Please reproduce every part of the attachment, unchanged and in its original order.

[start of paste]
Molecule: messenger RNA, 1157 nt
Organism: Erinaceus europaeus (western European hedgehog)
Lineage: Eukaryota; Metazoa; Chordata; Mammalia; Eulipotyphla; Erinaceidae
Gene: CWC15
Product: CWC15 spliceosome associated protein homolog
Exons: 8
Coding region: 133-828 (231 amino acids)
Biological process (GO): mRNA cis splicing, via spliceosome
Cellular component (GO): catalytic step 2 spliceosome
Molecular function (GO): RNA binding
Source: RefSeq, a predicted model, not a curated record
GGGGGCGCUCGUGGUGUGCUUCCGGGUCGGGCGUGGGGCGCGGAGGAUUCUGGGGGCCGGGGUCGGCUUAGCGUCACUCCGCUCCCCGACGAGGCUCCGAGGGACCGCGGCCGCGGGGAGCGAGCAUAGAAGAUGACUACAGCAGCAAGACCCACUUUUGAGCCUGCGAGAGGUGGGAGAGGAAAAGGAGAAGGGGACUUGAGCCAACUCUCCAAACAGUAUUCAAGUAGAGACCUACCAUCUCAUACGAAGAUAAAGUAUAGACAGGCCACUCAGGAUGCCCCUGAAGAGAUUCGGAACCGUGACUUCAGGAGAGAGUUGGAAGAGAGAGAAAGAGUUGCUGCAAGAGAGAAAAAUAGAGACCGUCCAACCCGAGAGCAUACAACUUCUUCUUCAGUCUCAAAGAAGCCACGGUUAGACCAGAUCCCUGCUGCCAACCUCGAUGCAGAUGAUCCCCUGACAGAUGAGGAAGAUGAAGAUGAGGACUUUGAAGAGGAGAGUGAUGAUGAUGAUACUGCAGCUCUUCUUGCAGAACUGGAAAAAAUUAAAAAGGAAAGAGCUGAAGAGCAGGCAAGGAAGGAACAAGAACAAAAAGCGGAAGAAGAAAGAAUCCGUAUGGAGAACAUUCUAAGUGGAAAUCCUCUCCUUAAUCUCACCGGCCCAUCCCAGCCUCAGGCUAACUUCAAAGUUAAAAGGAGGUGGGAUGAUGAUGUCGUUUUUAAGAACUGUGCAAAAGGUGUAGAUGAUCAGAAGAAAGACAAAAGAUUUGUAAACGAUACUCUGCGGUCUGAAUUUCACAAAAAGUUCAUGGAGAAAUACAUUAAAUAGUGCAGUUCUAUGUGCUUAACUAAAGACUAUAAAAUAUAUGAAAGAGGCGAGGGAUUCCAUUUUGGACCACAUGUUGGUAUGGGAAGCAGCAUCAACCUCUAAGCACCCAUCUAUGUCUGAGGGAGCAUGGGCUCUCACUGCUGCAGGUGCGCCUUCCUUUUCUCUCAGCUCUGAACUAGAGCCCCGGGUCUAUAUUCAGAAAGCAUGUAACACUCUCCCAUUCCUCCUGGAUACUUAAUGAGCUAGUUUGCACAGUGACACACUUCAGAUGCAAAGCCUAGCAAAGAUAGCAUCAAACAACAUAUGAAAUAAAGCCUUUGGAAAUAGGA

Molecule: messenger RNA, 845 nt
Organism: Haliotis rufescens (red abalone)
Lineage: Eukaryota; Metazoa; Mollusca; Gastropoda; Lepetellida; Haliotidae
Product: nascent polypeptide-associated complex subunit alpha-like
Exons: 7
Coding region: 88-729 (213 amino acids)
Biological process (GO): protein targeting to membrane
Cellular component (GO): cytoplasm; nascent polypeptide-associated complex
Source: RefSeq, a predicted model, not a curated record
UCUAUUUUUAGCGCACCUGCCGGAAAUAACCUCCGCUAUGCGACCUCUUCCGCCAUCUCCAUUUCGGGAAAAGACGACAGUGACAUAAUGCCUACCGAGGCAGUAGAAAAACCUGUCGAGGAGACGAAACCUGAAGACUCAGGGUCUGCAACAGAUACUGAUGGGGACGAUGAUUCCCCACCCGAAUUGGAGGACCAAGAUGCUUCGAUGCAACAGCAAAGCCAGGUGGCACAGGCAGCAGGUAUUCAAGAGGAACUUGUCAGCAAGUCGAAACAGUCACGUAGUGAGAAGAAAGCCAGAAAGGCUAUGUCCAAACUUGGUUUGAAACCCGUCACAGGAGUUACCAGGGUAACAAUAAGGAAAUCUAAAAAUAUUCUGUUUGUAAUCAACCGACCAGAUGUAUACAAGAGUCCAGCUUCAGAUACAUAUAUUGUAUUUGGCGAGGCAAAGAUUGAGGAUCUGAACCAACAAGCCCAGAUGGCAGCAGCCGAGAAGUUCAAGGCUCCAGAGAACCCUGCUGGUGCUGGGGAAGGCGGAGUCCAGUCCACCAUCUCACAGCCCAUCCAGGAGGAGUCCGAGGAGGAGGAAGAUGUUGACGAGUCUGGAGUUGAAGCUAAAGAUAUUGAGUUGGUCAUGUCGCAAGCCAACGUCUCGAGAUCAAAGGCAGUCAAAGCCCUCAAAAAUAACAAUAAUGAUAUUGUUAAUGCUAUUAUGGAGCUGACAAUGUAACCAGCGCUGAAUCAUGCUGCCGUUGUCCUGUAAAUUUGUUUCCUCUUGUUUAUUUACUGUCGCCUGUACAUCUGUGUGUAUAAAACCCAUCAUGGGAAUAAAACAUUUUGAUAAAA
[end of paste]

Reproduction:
Molecule: messenger RNA, 1157 nt
Organism: Erinaceus europaeus (western European hedgehog)
Lineage: Eukaryota; Metazoa; Chordata; Mammalia; Eulipotyphla; Erinaceidae
Gene: CWC15
Product: CWC15 spliceosome associated protein homolog
Exons: 8
Coding region: 133-828 (231 amino acids)
Biological process (GO): mRNA cis splicing, via spliceosome
Cellular component (GO): catalytic step 2 spliceosome
Molecular function (GO): RNA binding
Source: RefSeq, a predicted model, not a curated record
GGGGGCGCUCGUGGUGUGCUUCCGGGUCGGGCGUGGGGCGCGGAGGAUUCUGGGGGCCGGGGUCGGCUUAGCGUCACUCCGCUCCCCGACGAGGCUCCGAGGGACCGCGGCCGCGGGGAGCGAGCAUAGAAGAUGACUACAGCAGCAAGACCCACUUUUGAGCCUGCGAGAGGUGGGAGAGGAAAAGGAGAAGGGGACUUGAGCCAACUCUCCAAACAGUAUUCAAGUAGAGACCUACCAUCUCAUACGAAGAUAAAGUAUAGACAGGCCACUCAGGAUGCCCCUGAAGAGAUUCGGAACCGUGACUUCAGGAGAGAGUUGGAAGAGAGAGAAAGAGUUGCUGCAAGAGAGAAAAAUAGAGACCGUCCAACCCGAGAGCAUACAACUUCUUCUUCAGUCUCAAAGAAGCCACGGUUAGACCAGAUCCCUGCUGCCAACCUCGAUGCAGAUGAUCCCCUGACAGAUGAGGAAGAUGAAGAUGAGGACUUUGAAGAGGAGAGUGAUGAUGAUGAUACUGCAGCUCUUCUUGCAGAACUGGAAAAAAUUAAAAAGGAAAGAGCUGAAGAGCAGGCAAGGAAGGAACAAGAACAAAAAGCGGAAGAAGAAAGAAUCCGUAUGGAGAACAUUCUAAGUGGAAAUCCUCUCCUUAAUCUCACCGGCCCAUCCCAGCCUCAGGCUAACUUCAAAGUUAAAAGGAGGUGGGAUGAUGAUGUCGUUUUUAAGAACUGUGCAAAAGGUGUAGAUGAUCAGAAGAAAGACAAAAGAUUUGUAAACGAUACUCUGCGGUCUGAAUUUCACAAAAAGUUCAUGGAGAAAUACAUUAAAUAGUGCAGUUCUAUGUGCUUAACUAAAGACUAUAAAAUAUAUGAAAGAGGCGAGGGAUUCCAUUUUGGACCACAUGUUGGUAUGGGAAGCAGCAUCAACCUCUAAGCACCCAUCUAUGUCUGAGGGAGCAUGGGCUCUCACUGCUGCAGGUGCGCCUUCCUUUUCUCUCAGCUCUGAACUAGAGCCCCGGGUCUAUAUUCAGAAAGCAUGUAACACUCUCCCAUUCCUCCUGGAUACUUAAUGAGCUAGUUUGCACAGUGACACACUUCAGAUGCAAAGCCUAGCAAAGAUAGCAUCAAACAACAUAUGAAAUAAAGCCUUUGGAAAUAGGA

Molecule: messenger RNA, 845 nt
Organism: Haliotis rufescens (red abalone)
Lineage: Eukaryota; Metazoa; Mollusca; Gastropoda; Lepetellida; Haliotidae
Product: nascent polypeptide-associated complex subunit alpha-like
Exons: 7
Coding region: 88-729 (213 amino acids)
Biological process (GO): protein targeting to membrane
Cellular component (GO): cytoplasm; nascent polypeptide-associated complex
Source: RefSeq, a predicted model, not a curated record
UCUAUUUUUAGCGCACCUGCCGGAAAUAACCUCCGCUAUGCGACCUCUUCCGCCAUCUCCAUUUCGGGAAAAGACGACAGUGACAUAAUGCCUACCGAGGCAGUAGAAAAACCUGUCGAGGAGACGAAACCUGAAGACUCAGGGUCUGCAACAGAUACUGAUGGGGACGAUGAUUCCCCACCCGAAUUGGAGGACCAAGAUGCUUCGAUGCAACAGCAAAGCCAGGUGGCACAGGCAGCAGGUAUUCAAGAGGAACUUGUCAGCAAGUCGAAACAGUCACGUAGUGAGAAGAAAGCCAGAAAGGCUAUGUCCAAACUUGGUUUGAAACCCGUCACAGGAGUUACCAGGGUAACAAUAAGGAAAUCUAAAAAUAUUCUGUUUGUAAUCAACCGACCAGAUGUAUACAAGAGUCCAGCUUCAGAUACAUAUAUUGUAUUUGGCGAGGCAAAGAUUGAGGAUCUGAACCAACAAGCCCAGAUGGCAGCAGCCGAGAAGUUCAAGGCUCCAGAGAACCCUGCUGGUGCUGGGGAAGGCGGAGUCCAGUCCACCAUCUCACAGCCCAUCCAGGAGGAGUCCGAGGAGGAGGAAGAUGUUGACGAGUCUGGAGUUGAAGCUAAAGAUAUUGAGUUGGUCAUGUCGCAAGCCAACGUCUCGAGAUCAAAGGCAGUCAAAGCCCUCAAAAAUAACAAUAAUGAUAUUGUUAAUGCUAUUAUGGAGCUGACAAUGUAACCAGCGCUGAAUCAUGCUGCCGUUGUCCUGUAAAUUUGUUUCCUCUUGUUUAUUUACUGUCGCCUGUACAUCUGUGUGUAUAAAACCCAUCAUGGGAAUAAAACAUUUUGAUAAAA